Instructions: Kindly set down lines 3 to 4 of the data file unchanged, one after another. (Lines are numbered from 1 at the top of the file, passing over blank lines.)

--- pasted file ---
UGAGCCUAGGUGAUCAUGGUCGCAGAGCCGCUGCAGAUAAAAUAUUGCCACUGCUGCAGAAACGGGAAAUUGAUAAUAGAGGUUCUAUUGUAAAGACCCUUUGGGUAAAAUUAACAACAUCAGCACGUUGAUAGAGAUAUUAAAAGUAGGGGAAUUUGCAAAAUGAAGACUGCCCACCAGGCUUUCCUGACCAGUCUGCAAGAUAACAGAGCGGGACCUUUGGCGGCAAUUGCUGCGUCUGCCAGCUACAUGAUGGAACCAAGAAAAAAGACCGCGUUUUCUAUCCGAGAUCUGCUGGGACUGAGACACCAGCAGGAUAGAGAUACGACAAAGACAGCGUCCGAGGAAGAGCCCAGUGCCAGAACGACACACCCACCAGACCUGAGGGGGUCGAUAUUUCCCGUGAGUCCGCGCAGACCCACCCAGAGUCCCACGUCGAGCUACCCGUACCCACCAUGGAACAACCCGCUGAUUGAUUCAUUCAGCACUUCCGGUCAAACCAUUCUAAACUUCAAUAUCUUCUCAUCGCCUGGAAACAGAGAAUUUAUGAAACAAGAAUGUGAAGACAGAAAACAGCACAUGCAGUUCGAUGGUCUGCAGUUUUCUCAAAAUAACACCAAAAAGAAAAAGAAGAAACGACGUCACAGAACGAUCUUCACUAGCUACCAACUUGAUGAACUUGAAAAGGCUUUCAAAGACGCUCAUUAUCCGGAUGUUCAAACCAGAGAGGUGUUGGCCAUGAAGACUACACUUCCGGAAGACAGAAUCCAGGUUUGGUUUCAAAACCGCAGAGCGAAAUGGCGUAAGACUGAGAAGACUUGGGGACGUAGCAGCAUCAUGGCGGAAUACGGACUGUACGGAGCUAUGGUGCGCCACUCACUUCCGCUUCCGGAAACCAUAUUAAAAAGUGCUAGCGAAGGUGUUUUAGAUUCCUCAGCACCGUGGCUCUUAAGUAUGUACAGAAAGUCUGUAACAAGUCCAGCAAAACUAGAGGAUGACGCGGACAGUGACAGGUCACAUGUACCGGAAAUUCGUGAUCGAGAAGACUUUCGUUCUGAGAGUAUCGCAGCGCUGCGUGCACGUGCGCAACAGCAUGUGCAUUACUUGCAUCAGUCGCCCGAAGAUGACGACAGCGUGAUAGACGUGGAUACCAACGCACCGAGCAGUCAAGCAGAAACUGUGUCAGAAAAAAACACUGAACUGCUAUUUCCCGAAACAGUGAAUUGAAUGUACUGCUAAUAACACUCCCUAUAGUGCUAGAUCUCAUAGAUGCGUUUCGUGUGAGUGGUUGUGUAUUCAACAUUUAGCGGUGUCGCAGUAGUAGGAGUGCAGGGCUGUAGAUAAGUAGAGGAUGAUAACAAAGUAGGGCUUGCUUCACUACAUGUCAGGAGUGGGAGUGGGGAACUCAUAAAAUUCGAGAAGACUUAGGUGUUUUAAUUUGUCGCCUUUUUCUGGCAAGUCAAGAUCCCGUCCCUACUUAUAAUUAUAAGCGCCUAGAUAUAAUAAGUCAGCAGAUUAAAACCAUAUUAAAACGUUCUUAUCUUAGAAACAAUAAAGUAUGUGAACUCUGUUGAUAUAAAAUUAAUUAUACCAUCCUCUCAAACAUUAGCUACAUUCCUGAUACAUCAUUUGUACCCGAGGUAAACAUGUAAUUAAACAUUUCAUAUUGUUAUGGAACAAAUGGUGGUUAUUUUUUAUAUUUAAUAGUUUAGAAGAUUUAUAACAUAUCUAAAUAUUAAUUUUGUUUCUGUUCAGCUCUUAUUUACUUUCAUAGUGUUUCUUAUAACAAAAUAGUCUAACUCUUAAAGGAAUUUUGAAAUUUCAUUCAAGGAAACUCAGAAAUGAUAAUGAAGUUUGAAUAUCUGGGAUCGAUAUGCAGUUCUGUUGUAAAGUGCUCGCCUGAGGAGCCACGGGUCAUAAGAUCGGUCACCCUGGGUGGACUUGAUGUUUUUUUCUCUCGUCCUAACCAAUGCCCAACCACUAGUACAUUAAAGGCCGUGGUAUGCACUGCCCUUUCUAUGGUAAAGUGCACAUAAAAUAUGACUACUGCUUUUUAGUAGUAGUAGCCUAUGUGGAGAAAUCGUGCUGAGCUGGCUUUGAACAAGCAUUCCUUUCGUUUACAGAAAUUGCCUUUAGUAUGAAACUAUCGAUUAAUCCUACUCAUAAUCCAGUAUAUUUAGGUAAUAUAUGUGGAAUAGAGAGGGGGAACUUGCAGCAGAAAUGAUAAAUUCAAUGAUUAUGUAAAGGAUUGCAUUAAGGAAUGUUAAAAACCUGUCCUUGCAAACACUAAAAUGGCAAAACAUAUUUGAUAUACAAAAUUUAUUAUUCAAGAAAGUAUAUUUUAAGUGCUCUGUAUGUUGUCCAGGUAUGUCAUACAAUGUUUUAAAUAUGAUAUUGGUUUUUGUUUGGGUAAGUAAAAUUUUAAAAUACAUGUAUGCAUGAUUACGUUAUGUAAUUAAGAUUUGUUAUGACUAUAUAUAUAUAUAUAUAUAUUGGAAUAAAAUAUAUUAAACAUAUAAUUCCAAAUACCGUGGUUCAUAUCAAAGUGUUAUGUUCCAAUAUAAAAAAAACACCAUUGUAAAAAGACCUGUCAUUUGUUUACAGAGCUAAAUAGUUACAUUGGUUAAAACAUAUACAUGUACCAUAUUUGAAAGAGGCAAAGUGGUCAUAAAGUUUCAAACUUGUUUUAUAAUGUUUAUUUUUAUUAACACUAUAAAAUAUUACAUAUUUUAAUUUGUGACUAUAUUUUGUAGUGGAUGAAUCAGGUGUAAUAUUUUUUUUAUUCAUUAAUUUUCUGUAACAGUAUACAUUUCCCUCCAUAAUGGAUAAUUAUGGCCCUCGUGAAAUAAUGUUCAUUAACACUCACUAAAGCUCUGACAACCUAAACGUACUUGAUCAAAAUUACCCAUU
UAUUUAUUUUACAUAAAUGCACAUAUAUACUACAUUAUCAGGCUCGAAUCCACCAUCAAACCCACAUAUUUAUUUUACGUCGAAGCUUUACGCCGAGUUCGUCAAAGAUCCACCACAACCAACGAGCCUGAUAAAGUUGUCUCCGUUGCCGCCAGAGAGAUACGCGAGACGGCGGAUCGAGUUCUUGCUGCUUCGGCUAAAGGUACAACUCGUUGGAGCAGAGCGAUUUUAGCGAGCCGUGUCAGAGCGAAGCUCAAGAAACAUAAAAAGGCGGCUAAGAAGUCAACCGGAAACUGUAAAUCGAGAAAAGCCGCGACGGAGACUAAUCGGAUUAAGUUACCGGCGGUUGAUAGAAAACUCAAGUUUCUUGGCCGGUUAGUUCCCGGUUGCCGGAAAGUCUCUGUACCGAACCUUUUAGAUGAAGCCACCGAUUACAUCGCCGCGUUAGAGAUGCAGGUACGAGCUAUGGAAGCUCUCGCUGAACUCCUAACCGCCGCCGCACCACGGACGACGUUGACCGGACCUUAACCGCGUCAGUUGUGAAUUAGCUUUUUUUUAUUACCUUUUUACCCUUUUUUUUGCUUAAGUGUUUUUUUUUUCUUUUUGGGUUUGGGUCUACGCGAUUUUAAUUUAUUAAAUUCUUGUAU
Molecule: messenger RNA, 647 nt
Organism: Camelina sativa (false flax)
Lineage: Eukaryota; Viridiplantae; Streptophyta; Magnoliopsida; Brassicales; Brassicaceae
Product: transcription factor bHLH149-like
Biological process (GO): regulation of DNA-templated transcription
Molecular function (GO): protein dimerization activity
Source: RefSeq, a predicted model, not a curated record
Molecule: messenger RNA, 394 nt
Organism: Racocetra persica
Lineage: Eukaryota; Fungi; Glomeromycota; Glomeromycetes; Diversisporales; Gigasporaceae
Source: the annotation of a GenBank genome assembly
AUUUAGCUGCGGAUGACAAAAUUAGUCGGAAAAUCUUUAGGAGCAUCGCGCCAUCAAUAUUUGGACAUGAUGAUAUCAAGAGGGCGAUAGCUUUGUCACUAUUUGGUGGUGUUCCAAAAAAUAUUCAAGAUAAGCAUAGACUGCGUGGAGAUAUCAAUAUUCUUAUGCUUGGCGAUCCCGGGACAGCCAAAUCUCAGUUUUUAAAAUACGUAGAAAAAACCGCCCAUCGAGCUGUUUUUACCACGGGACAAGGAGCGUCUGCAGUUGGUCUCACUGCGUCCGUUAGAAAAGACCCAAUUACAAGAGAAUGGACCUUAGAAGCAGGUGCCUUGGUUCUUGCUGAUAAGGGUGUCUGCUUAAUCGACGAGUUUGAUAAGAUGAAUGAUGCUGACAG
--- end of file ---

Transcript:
Molecule: messenger RNA, 647 nt
Organism: Camelina sativa (false flax)